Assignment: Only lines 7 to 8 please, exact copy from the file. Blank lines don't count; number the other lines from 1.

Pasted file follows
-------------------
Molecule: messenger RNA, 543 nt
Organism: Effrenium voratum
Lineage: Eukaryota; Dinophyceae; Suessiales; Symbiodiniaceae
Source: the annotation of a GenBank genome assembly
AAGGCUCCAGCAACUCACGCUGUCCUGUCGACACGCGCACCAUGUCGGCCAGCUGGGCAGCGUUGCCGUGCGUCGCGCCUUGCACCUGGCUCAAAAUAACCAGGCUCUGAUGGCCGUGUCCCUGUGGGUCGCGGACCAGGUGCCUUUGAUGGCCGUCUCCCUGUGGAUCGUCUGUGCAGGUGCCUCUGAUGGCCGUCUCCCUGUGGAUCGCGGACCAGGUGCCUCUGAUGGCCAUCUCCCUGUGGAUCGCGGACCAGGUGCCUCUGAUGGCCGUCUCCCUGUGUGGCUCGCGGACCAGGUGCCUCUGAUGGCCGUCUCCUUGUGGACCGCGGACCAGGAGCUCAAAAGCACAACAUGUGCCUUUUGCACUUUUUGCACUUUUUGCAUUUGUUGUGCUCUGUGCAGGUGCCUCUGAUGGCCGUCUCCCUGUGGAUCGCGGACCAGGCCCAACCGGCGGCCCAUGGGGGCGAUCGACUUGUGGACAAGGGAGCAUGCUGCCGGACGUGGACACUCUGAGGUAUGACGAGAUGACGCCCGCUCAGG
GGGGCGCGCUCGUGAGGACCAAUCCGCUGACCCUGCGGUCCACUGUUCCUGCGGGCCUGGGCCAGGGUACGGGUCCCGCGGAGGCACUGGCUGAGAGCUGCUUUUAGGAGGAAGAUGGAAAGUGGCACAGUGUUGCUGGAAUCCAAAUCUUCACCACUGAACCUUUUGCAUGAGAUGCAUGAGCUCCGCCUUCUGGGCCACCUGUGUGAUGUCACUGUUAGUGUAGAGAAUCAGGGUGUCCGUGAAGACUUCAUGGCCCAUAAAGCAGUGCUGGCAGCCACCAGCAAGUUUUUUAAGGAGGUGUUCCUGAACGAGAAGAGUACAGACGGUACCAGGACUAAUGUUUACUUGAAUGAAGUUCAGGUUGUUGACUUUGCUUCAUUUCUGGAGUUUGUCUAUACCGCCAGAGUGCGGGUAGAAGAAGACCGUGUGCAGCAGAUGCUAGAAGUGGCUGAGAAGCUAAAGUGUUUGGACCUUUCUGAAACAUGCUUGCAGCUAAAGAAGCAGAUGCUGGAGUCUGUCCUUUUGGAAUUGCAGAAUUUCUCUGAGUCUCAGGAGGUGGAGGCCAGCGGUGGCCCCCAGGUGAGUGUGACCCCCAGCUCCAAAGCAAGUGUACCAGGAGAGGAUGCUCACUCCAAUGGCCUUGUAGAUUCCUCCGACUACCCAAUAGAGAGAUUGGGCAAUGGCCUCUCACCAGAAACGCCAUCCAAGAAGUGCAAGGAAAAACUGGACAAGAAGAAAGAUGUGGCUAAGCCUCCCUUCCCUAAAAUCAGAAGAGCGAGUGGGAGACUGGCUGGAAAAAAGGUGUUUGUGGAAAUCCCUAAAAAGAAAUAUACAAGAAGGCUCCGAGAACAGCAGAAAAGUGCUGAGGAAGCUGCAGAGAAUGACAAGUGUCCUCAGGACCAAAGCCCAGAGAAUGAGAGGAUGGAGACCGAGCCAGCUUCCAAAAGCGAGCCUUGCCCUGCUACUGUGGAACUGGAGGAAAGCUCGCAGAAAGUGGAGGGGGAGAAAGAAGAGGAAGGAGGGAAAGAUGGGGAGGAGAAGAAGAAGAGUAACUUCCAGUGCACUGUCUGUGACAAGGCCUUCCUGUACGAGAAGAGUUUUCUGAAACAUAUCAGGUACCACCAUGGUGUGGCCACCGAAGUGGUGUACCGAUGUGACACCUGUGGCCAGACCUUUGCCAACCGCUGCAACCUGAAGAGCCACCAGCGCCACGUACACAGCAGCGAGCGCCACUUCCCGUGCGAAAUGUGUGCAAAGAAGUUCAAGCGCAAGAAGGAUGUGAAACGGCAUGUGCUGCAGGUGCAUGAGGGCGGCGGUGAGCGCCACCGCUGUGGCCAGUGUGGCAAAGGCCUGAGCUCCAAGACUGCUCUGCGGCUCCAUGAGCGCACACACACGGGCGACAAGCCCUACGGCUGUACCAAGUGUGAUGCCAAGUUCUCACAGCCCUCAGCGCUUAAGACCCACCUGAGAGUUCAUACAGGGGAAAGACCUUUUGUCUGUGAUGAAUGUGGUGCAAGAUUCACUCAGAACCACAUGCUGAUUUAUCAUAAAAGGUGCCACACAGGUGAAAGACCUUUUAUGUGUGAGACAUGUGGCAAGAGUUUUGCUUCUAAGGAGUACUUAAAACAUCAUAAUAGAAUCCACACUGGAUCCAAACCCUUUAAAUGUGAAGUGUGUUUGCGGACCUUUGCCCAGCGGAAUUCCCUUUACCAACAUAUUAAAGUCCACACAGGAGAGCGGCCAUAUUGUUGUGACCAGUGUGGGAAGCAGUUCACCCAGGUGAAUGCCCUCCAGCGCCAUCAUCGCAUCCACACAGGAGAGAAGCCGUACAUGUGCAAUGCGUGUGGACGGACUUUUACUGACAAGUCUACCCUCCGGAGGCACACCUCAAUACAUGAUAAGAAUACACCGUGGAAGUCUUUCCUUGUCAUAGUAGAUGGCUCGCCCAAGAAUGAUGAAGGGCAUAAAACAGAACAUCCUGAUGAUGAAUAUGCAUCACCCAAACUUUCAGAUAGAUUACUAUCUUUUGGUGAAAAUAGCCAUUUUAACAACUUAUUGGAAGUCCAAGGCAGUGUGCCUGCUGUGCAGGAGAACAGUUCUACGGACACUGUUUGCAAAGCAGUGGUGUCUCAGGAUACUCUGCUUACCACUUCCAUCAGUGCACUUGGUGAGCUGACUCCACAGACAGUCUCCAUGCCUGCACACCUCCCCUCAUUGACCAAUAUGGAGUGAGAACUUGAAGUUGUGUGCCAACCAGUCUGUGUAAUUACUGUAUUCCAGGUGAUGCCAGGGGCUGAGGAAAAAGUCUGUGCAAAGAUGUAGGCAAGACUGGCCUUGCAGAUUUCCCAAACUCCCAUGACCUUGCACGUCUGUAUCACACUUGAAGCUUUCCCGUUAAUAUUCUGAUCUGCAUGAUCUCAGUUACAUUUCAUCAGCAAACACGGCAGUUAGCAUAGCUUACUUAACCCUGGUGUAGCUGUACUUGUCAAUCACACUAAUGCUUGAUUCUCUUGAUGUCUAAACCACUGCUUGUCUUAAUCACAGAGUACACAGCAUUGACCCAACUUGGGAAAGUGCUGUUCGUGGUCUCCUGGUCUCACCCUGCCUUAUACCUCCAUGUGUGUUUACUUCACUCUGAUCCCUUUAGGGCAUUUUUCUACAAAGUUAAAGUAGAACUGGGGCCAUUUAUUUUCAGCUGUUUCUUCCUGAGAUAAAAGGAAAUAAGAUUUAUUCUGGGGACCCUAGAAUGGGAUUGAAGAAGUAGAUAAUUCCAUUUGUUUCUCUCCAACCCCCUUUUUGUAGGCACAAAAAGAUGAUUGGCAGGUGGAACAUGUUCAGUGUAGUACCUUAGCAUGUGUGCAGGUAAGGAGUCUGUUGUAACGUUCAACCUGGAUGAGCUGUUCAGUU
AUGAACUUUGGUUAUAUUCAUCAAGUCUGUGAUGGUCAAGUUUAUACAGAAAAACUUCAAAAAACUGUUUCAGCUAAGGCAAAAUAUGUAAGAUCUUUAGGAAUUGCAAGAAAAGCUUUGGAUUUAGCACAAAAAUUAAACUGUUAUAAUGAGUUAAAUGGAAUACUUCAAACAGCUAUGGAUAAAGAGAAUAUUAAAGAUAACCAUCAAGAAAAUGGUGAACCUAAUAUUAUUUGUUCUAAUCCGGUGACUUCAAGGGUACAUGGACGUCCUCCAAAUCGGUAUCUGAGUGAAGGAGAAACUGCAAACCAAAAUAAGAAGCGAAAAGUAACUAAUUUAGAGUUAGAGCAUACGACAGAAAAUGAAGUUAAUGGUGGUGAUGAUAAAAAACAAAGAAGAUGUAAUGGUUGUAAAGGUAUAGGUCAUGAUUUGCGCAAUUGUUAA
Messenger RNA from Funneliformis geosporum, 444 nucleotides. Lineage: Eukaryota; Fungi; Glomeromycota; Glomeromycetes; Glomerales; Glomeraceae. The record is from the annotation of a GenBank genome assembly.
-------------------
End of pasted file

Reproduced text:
AUGAACUUUGGUUAUAUUCAUCAAGUCUGUGAUGGUCAAGUUUAUACAGAAAAACUUCAAAAAACUGUUUCAGCUAAGGCAAAAUAUGUAAGAUCUUUAGGAAUUGCAAGAAAAGCUUUGGAUUUAGCACAAAAAUUAAACUGUUAUAAUGAGUUAAAUGGAAUACUUCAAACAGCUAUGGAUAAAGAGAAUAUUAAAGAUAACCAUCAAGAAAAUGGUGAACCUAAUAUUAUUUGUUCUAAUCCGGUGACUUCAAGGGUACAUGGACGUCCUCCAAAUCGGUAUCUGAGUGAAGGAGAAACUGCAAACCAAAAUAAGAAGCGAAAAGUAACUAAUUUAGAGUUAGAGCAUACGACAGAAAAUGAAGUUAAUGGUGGUGAUGAUAAAAAACAAAGAAGAUGUAAUGGUUGUAAAGGUAUAGGUCAUGAUUUGCGCAAUUGUUAA
Messenger RNA from Funneliformis geosporum, 444 nucleotides. Lineage: Eukaryota; Fungi; Glomeromycota; Glomeromycetes; Glomerales; Glomeraceae. The record is from the annotation of a GenBank genome assembly.